For months now, my son has been eagerly looking forward to his first day of preschool. He played with his lunchbox, asked questions about his teacher, and daydreamed about what fun toys there would be at his school. On his very first day, he swiftly kicked off his shoes at the classroom door and jumped headfirst into the world of preschool with nary a look back at his sister or me. He was fine.
Two weeks of preschool later, and I’m second guessing my decision to send him to school as we already have contracted our first preschool illness—pinkeye. Oh, I know that childhood illnesses are almost a rite of passage for preschoolers, and I’ve heard school likened to a Petri dish, but I honestly thought we would have at least a month of school under our belt before I had to write “sick emails” to his teacher.
While I admittedly found my son’s illness a little annoying and inconvenient at first, at the end of his sick day, I changed my tune. For the past four years, I have managed to have a very open schedule with my children. We have had a playgroup with friends that we have religiously attended and a German class once a week, but that has been it. No music classes, no soccer, no library story times. And that has been all by design because I have completely cherished our slow-paced days together. We can meet friends at the park on a whim and stay as long as we’d like because we have nowhere to be. We can spend all day driving out to the blueberry farm and having lunch in a little town on the way home without feeling like we were missing out on some other planned activity. For someone who is reluctant to commit to structured activities, the past four years have been a lazy bliss.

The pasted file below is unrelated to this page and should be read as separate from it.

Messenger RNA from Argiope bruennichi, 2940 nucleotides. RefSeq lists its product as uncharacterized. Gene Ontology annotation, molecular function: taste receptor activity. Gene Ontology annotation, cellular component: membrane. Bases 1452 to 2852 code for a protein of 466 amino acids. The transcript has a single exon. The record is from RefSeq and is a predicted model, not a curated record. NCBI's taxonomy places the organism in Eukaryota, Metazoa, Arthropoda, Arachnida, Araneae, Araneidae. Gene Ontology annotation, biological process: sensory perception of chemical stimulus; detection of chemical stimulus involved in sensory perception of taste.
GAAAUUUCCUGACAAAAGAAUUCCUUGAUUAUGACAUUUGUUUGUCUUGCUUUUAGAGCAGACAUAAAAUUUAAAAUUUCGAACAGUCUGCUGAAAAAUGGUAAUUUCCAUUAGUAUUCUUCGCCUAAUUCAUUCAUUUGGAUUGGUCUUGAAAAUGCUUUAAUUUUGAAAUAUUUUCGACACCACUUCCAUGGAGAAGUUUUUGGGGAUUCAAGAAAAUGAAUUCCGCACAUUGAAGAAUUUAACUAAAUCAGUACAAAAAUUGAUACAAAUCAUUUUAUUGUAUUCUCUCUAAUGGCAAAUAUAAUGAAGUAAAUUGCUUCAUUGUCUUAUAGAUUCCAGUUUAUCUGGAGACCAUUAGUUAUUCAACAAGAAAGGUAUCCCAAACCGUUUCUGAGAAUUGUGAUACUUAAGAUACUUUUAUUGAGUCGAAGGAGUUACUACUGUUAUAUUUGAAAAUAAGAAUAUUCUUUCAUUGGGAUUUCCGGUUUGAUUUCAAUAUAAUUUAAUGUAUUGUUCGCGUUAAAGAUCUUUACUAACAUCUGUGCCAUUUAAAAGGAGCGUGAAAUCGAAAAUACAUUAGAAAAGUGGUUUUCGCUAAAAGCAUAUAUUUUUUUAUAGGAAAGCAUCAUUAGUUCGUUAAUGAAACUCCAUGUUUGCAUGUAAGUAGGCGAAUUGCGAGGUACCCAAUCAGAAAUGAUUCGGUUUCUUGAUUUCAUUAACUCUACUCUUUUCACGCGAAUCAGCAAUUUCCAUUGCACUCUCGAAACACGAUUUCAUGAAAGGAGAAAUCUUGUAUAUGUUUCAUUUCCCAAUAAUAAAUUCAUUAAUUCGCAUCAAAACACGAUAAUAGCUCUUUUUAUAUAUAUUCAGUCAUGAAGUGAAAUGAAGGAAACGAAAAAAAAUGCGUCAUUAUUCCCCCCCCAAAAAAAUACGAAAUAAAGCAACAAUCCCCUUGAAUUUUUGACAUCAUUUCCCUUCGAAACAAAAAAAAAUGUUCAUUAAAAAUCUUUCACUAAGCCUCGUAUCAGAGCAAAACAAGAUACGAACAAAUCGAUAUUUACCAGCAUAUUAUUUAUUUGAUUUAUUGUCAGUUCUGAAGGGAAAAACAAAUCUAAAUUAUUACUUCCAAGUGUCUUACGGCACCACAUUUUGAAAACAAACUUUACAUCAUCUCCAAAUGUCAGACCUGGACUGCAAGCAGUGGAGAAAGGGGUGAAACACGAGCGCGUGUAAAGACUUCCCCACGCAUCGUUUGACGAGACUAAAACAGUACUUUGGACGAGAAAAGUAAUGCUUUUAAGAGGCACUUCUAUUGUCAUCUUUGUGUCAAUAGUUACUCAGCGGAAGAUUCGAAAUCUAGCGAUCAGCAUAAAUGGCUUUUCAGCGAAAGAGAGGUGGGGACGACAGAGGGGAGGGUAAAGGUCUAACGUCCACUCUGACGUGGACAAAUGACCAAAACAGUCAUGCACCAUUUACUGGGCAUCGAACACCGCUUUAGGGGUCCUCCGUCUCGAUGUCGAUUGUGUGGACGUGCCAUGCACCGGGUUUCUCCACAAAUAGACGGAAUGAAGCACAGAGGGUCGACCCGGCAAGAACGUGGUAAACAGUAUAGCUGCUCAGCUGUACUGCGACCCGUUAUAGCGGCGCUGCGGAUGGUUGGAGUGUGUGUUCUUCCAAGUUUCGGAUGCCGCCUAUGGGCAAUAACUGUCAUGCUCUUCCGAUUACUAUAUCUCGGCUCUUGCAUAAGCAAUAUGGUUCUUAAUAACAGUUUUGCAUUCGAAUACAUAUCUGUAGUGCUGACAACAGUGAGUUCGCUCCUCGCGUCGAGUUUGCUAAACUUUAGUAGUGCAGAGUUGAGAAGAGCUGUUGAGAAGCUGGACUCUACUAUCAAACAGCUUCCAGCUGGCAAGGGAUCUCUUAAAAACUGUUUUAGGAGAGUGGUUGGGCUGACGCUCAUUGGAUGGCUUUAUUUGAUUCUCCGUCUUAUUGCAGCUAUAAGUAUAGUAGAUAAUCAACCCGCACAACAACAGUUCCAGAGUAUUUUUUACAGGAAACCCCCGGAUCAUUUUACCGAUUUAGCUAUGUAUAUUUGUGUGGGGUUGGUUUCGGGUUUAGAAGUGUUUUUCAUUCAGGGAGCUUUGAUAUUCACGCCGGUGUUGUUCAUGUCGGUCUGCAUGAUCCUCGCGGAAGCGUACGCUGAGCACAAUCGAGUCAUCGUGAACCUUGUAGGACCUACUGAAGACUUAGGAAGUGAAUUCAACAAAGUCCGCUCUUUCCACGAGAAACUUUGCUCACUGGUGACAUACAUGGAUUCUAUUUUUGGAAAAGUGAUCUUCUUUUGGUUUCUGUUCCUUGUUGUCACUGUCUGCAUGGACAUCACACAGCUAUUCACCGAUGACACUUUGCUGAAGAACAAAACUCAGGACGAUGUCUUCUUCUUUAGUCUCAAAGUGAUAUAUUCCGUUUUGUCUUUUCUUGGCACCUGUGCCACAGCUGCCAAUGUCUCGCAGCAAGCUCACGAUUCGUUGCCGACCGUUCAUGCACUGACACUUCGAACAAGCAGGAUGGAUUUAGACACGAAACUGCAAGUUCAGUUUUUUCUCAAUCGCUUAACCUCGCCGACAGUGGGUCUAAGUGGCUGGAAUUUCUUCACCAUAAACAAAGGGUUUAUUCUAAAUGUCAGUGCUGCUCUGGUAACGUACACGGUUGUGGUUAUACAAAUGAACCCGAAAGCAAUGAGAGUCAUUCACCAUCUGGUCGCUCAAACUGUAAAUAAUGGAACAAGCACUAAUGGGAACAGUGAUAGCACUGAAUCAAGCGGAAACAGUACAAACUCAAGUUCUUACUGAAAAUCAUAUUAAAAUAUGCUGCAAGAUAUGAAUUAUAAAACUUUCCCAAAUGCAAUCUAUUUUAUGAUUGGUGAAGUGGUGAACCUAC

And this year, with the enrollment of my son in preschool, my gently rolling days have come to a halt. We now have somewhere to be in the mornings, and I have to watch the clock all day long so that I don’t incur the dreaded late pick up fee at his preschool. Just two weeks into the school year, and I found myself contemplating having a preschool dropout for a son. And then comes his pinkeye, and I was gifted with an unexpected day of relaxation. Although the day started off with a seismic battle over eye drops, my children and I quickly realized that it was going to be a fun day—a day of puzzles on the dining room floor, grabbing a scone at the coffee shop, and picking hot peppers from the garden. In the midst of a September that is more black ink than blank spaces on the calendar in the kitchen, this quiet day with just the three of us hanging out was a welcome oasis, a special treat, and it almost makes me look forward to the next sick day.